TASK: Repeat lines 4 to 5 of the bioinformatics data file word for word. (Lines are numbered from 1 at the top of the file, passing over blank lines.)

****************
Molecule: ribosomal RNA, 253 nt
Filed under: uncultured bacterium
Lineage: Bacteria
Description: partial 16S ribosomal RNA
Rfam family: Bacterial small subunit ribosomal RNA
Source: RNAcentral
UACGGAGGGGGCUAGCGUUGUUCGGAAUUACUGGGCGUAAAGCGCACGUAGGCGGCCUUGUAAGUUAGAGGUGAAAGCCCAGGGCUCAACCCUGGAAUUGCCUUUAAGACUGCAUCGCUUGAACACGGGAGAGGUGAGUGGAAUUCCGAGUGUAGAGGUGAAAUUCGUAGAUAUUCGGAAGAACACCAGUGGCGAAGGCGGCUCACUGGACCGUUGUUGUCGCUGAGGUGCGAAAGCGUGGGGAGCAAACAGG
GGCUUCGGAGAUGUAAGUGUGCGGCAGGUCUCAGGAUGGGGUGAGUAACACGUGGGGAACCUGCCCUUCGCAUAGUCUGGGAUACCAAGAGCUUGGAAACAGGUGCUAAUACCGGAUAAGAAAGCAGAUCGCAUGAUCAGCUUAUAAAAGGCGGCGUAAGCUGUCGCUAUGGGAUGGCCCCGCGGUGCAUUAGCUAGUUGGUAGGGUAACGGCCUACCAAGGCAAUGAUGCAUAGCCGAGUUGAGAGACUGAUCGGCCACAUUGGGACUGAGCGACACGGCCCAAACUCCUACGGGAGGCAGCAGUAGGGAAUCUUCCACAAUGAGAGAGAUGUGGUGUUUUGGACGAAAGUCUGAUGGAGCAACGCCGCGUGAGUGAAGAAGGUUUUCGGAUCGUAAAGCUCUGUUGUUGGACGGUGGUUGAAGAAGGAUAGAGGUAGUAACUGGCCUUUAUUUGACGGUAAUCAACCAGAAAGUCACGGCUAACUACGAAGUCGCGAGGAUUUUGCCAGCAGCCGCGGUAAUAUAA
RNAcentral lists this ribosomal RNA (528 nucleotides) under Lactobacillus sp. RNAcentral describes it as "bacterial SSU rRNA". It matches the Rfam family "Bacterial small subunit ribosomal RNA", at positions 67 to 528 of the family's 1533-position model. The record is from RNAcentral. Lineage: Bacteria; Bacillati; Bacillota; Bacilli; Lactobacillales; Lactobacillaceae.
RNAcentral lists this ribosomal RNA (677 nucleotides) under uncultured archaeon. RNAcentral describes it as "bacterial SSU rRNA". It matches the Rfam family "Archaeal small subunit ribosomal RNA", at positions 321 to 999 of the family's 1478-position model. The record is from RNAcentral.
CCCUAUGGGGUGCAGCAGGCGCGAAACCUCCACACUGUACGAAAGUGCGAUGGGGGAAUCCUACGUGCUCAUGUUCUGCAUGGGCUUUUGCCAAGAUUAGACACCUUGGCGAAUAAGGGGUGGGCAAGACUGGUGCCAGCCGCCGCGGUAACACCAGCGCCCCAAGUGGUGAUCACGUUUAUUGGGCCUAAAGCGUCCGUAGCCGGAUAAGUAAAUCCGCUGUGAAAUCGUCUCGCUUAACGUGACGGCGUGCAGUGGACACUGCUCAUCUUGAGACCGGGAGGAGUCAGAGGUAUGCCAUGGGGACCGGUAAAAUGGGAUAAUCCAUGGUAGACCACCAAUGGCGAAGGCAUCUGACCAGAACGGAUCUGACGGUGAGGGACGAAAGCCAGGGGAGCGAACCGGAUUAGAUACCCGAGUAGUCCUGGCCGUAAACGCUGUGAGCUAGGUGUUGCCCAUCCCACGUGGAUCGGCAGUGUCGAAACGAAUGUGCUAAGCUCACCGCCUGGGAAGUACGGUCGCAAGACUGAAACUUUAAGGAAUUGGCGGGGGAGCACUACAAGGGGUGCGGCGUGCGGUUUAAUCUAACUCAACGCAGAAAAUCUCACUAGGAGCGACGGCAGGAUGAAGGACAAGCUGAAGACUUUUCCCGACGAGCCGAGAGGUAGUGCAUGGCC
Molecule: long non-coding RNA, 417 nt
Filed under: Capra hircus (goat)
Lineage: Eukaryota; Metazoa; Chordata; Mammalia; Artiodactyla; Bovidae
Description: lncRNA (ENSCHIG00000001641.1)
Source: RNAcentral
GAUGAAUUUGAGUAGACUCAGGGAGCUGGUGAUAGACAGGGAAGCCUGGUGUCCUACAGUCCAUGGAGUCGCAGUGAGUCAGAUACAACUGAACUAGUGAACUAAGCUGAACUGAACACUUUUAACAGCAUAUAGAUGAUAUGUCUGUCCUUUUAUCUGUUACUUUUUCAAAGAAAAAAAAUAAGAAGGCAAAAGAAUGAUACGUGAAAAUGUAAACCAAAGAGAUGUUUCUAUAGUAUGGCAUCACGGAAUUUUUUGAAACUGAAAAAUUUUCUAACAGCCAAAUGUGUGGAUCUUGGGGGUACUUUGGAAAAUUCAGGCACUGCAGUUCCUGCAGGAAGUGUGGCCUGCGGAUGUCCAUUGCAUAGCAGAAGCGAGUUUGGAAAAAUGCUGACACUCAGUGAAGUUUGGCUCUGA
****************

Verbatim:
Description: partial 16S ribosomal RNA
Rfam family: Bacterial small subunit ribosomal RNA